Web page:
Way back when, in the 90’s, when I was a girl/tween, I was on a swim team… the Country Club Cruisers. Our team colors, if I remember correctly were blue and bright pink and our mascot was a penguin. It was a swim team that was part of the community pool and it was the reason I existed each and every summer. Although I hated waking up early in the morning (before 8 am), I absolutely loved, loved, being on the swim team. I loved to swim and had loved swimming since I was a young child. And I loved that I could spend hours with my friends. I was never bored during the summer as result of being on the swim team. I had purpose, and it brought me happiness and joy.
Although I like to be a humble person, I must state that I was pretty good at swimming. I loved that although we competed as a team, it was comprised of being an individual and you worked against yourself. So each time I was in the water, I worked to perform better than I had the previous time. Of course I wanted to perform better than the person on the other team as well, but for me, I really wanted to improve my time and continue to improve.
We were awarded ribbons if we placed in first, second or third place at the weekly swim meets and at the end of the year depending on how we swam at the championships, we would receive trophies. It was pretty phenomenal.
Yesterday after leaving a doctor appointment with my psychiatrist I was thinking about swimming specifically about swimming freestyle (army crawl). I was thinking about how you swim the stroke. That you pull the water with your arms, you glide and then you kick with your legs and feet. And you do this over and over and over until you have achieved the number of meters that you wanted to swim, alternating the arms and changing the position of your head for breathing. It is a very streamline stroke, very rhythmic and orderly.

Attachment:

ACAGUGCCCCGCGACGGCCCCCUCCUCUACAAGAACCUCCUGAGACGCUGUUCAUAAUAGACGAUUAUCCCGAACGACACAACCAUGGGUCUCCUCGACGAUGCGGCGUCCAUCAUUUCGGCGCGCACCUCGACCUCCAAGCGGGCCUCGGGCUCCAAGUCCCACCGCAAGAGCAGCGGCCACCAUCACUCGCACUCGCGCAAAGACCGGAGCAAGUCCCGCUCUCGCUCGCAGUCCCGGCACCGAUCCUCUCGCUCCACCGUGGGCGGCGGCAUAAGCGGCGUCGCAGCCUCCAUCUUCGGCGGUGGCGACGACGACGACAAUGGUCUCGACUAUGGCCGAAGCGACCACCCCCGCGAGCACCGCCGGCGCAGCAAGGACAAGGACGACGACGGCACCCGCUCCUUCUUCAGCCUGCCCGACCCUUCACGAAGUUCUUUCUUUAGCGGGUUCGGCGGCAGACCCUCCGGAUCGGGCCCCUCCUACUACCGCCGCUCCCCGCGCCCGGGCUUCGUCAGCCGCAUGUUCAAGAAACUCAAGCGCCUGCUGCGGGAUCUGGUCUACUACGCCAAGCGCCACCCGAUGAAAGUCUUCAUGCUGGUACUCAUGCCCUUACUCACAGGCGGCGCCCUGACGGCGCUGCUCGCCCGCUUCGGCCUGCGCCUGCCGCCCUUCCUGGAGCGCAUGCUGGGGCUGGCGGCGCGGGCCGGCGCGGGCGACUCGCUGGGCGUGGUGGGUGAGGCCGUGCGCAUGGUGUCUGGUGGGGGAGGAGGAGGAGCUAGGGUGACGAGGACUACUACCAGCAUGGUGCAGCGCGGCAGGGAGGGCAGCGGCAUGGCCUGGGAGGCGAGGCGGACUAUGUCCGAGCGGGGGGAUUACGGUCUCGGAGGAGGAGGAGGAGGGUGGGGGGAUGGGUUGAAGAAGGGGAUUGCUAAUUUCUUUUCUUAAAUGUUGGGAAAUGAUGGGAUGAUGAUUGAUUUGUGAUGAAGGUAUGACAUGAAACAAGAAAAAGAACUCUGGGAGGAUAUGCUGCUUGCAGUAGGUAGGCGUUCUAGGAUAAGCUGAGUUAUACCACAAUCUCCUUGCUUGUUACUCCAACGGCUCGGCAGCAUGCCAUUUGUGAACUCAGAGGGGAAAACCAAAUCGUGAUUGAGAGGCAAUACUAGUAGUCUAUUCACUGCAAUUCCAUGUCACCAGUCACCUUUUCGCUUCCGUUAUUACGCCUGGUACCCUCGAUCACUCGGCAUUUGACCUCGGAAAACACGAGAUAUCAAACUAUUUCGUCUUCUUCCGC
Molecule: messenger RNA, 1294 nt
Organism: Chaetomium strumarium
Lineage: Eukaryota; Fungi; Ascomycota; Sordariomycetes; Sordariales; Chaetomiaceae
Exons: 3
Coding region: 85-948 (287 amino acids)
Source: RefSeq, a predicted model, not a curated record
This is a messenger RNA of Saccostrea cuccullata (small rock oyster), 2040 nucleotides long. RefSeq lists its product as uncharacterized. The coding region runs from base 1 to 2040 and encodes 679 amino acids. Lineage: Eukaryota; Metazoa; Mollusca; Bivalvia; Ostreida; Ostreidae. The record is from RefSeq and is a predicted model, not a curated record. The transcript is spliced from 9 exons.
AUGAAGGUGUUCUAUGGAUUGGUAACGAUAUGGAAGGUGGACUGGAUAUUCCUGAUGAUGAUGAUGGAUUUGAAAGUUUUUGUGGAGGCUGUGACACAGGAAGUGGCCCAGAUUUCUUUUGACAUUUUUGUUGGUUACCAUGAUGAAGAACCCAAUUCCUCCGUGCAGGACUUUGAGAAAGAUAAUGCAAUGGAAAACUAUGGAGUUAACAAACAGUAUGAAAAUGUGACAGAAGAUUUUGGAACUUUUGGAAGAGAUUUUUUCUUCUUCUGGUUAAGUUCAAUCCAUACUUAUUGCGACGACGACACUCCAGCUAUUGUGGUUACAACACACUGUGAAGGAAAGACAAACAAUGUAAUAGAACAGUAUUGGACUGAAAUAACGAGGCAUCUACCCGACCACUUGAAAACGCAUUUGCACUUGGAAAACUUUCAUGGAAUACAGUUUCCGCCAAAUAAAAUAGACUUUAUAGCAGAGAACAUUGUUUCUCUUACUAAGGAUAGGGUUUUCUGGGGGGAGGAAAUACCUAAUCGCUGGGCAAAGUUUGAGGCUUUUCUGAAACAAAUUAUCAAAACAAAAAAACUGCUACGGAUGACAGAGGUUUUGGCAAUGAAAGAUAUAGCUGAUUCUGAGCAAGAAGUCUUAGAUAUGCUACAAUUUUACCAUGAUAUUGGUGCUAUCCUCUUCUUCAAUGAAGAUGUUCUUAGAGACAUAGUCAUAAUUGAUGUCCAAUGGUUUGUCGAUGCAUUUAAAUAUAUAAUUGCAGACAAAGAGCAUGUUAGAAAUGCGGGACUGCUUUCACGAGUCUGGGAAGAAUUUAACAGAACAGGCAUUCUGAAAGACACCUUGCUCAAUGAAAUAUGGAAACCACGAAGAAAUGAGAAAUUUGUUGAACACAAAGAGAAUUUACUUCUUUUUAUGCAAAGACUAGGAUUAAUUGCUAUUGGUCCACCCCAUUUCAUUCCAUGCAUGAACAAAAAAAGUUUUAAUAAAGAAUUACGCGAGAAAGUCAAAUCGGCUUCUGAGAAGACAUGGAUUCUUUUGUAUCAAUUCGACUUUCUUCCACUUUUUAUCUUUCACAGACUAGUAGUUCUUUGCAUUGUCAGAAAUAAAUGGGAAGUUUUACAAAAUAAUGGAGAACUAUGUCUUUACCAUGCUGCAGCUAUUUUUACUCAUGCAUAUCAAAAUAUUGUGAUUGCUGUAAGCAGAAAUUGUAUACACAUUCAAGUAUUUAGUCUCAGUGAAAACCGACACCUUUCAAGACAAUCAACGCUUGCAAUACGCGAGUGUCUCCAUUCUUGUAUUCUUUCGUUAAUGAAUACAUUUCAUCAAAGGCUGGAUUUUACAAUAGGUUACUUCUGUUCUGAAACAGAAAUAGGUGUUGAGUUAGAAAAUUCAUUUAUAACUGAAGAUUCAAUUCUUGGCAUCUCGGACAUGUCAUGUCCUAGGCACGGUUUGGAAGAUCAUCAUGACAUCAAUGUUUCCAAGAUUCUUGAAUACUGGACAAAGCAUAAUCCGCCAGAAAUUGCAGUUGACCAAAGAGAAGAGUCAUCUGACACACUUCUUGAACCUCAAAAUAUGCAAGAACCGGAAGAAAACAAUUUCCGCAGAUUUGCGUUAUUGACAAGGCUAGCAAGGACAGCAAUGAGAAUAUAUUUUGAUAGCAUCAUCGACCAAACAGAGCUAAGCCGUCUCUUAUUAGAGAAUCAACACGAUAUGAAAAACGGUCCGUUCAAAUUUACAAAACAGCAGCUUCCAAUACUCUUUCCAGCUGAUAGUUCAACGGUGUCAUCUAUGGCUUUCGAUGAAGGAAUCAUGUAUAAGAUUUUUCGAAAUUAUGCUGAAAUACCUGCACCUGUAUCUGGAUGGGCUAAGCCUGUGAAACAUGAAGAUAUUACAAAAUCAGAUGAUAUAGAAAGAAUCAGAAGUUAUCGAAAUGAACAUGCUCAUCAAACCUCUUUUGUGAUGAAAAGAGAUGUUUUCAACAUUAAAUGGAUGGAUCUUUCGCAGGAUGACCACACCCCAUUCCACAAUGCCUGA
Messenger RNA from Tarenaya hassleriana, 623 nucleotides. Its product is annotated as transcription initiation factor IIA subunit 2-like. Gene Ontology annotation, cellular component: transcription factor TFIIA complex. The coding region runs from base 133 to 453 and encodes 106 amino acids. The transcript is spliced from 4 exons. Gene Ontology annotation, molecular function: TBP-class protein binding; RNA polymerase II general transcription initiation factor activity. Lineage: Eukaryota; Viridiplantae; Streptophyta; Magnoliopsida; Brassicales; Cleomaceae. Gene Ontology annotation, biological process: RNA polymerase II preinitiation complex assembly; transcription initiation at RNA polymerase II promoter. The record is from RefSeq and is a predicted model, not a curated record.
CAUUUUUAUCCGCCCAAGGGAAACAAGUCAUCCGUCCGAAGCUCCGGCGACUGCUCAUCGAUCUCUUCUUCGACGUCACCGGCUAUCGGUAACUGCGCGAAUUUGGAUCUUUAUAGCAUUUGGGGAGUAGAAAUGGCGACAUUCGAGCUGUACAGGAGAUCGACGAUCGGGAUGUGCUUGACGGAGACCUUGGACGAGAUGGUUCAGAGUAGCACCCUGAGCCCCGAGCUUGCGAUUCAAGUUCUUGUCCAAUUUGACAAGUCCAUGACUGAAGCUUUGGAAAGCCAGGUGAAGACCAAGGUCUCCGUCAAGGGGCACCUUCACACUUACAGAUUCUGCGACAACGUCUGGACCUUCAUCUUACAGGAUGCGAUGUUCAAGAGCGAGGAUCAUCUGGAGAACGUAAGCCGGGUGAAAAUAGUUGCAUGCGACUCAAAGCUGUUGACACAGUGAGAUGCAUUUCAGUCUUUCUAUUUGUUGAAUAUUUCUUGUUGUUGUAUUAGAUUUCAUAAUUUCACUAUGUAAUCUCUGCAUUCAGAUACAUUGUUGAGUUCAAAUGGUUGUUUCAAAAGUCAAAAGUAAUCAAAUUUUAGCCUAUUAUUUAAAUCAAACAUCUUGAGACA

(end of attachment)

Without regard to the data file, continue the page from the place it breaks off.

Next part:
It made me think about what I was about to encounter. We increased my anxiety medication to try and reduce the immense and relentless anxiety that is plaguing my brain from the time that I wake until the time I fall asleep. The anxiety that I attempt to override all day, every day. The anxiety that is wearing me out, although, from the outside I appear to be fine, and doing well, but inside I am struggling, but staying quiet, because well, I am tired of having something wrong with me. The medication should assist with the elimination of the anxiety, but it will most likely take up to two months’ time. When I was informed of the length of time it would take to be fully effective, I felt like I was hit with a sucker punch and I felt my eyes fill with tears.
Jumping back to being in the car, driving, thinking about swimming. It was no surprise to me that I would go to swimming as a way to comfort myself in a time of sadness, despair and frustration. Swimming brings me joy, happiness and peace. Plus, it shows me that in life there are times when we need to pull ourselves along, then times we glide, and then other times that we just need to kick. I feel that I an going to be cycling through a few hundred-meter sprint of freestyle over the next two months. There is going to be some pulling, some gliding and some kicking as hard as my legs can to propel myself along.
I am scared about side effects. I am overwhelmed at the idea that I may have to suffer for another two months. I am reminded that things have been MUCH worse, and I have overcome them and therefore I can overcome this with much certainty. I am empowered and more than capable of working through all challenges that are put on my path. I will press on. I will persevere.